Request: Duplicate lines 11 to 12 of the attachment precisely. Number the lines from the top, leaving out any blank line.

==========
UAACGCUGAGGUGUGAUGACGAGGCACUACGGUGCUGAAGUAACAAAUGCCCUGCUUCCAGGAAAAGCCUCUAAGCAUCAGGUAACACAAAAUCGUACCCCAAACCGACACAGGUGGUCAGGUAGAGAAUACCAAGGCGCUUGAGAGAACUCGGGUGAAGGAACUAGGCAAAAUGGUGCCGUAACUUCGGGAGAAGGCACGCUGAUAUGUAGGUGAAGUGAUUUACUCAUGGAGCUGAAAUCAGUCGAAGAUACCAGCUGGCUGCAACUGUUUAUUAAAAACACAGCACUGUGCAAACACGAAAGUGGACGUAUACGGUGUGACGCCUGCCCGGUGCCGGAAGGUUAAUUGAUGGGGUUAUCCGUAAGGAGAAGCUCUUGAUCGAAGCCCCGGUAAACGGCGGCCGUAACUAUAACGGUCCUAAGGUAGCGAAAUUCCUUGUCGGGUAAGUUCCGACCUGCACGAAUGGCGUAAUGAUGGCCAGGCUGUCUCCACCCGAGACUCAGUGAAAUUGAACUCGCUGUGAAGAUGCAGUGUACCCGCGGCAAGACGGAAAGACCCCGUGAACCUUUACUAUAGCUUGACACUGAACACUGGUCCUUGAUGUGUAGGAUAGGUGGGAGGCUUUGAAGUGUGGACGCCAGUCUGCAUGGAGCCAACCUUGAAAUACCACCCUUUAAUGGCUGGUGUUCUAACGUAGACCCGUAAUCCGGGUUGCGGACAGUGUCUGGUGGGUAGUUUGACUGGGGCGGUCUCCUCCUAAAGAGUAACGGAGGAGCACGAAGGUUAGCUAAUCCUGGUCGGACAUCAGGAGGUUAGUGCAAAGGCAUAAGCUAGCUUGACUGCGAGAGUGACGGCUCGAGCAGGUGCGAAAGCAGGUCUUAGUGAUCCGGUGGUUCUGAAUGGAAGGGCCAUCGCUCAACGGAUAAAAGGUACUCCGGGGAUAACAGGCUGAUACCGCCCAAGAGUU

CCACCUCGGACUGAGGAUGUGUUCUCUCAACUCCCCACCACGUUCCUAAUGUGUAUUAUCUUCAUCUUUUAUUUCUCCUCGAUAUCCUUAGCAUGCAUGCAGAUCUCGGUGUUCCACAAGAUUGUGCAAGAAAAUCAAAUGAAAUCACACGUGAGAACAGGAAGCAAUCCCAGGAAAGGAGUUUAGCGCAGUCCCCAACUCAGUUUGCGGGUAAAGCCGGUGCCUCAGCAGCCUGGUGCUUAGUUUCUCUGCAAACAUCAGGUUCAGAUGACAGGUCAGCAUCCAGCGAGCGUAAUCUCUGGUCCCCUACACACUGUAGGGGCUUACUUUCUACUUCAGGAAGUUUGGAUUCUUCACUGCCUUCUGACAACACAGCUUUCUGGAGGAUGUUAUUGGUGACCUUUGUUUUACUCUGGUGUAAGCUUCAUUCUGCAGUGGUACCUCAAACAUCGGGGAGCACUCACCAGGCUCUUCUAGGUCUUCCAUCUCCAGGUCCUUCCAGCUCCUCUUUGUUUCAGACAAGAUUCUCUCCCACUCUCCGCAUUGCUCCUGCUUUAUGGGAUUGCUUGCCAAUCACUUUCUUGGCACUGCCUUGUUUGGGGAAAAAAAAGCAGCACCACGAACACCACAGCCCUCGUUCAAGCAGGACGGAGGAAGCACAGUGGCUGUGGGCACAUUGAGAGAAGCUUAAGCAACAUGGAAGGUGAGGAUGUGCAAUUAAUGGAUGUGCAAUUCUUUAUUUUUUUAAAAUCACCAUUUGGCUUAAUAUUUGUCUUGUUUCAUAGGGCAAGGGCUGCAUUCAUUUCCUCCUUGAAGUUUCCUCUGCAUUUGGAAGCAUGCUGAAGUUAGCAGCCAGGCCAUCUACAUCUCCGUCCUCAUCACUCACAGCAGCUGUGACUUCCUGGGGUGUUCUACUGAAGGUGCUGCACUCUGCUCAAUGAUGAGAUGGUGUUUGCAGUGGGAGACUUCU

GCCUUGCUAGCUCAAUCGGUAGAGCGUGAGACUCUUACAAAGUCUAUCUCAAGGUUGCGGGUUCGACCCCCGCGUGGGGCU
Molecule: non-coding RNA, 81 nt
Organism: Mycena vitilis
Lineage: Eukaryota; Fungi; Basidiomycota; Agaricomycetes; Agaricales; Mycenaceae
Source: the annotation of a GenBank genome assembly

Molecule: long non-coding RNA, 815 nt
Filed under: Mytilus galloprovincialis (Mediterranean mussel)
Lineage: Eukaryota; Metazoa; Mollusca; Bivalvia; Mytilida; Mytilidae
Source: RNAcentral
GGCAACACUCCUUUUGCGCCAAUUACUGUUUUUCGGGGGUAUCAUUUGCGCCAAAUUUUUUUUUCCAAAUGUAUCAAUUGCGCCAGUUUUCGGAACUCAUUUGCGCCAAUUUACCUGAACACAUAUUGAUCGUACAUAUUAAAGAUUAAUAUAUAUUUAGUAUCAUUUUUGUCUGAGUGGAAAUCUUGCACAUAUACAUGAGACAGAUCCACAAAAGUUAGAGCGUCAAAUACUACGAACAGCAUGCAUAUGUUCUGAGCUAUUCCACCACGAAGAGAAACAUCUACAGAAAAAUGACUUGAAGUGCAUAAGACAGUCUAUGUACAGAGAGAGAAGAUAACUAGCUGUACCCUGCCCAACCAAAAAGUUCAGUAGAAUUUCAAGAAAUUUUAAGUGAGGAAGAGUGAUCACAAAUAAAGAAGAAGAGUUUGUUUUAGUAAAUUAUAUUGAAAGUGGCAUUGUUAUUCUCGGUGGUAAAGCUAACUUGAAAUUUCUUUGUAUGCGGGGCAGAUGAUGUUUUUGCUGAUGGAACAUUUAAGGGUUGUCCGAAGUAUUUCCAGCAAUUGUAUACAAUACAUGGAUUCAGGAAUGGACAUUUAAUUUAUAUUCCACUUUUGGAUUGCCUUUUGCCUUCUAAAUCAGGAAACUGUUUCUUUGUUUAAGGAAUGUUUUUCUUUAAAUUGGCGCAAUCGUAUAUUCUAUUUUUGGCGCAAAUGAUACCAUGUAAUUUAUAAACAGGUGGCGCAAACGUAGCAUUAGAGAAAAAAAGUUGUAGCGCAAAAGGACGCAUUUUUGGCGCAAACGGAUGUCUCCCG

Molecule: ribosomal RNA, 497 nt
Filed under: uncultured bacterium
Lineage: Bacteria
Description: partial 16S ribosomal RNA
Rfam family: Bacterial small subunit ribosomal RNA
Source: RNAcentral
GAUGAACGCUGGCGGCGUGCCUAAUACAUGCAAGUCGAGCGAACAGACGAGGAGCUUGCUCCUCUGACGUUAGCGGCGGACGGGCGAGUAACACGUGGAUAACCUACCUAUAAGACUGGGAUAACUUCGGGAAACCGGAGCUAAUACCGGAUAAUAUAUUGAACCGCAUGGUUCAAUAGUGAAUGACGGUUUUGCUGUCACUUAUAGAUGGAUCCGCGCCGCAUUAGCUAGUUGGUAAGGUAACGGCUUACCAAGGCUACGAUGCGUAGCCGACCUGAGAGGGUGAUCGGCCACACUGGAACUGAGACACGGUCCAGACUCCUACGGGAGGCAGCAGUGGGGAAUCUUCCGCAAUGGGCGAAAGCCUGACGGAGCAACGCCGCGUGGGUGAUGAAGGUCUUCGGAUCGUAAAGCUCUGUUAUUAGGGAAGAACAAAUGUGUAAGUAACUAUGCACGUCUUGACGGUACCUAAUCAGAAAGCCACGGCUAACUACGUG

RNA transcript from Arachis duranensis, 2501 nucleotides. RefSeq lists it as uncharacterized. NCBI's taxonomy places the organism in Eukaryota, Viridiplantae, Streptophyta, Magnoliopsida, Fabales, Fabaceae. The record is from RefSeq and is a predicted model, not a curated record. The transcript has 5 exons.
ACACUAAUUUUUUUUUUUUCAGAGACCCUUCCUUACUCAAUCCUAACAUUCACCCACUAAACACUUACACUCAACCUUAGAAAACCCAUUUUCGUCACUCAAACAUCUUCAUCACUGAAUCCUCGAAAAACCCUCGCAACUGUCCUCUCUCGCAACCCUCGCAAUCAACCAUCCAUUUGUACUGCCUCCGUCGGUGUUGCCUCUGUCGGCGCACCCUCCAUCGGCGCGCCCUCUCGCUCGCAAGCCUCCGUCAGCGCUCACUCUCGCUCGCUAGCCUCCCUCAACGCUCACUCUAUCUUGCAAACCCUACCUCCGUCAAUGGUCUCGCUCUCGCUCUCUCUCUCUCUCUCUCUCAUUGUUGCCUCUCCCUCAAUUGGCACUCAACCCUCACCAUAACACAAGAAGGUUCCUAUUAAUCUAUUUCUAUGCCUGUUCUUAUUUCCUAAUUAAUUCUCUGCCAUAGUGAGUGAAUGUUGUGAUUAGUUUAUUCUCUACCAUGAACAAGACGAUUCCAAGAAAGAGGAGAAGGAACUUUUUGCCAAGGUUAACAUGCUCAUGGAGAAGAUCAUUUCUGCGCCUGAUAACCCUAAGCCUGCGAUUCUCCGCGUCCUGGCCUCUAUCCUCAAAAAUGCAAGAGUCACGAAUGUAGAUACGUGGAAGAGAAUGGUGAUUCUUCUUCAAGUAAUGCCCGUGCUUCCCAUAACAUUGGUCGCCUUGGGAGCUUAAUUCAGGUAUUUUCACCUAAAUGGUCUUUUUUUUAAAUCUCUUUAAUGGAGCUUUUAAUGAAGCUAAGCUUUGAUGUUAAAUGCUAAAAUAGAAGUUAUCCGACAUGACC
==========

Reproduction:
Source: RNAcentral
GGCAACACUCCUUUUGCGCCAAUUACUGUUUUUCGGGGGUAUCAUUUGCGCCAAAUUUUUUUUUCCAAAUGUAUCAAUUGCGCCAGUUUUCGGAACUCAUUUGCGCCAAUUUACCUGAACACAUAUUGAUCGUACAUAUUAAAGAUUAAUAUAUAUUUAGUAUCAUUUUUGUCUGAGUGGAAAUCUUGCACAUAUACAUGAGACAGAUCCACAAAAGUUAGAGCGUCAAAUACUACGAACAGCAUGCAUAUGUUCUGAGCUAUUCCACCACGAAGAGAAACAUCUACAGAAAAAUGACUUGAAGUGCAUAAGACAGUCUAUGUACAGAGAGAGAAGAUAACUAGCUGUACCCUGCCCAACCAAAAAGUUCAGUAGAAUUUCAAGAAAUUUUAAGUGAGGAAGAGUGAUCACAAAUAAAGAAGAAGAGUUUGUUUUAGUAAAUUAUAUUGAAAGUGGCAUUGUUAUUCUCGGUGGUAAAGCUAACUUGAAAUUUCUUUGUAUGCGGGGCAGAUGAUGUUUUUGCUGAUGGAACAUUUAAGGGUUGUCCGAAGUAUUUCCAGCAAUUGUAUACAAUACAUGGAUUCAGGAAUGGACAUUUAAUUUAUAUUCCACUUUUGGAUUGCCUUUUGCCUUCUAAAUCAGGAAACUGUUUCUUUGUUUAAGGAAUGUUUUUCUUUAAAUUGGCGCAAUCGUAUAUUCUAUUUUUGGCGCAAAUGAUACCAUGUAAUUUAUAAACAGGUGGCGCAAACGUAGCAUUAGAGAAAAAAAGUUGUAGCGCAAAAGGACGCAUUUUUGGCGCAAACGGAUGUCUCCCG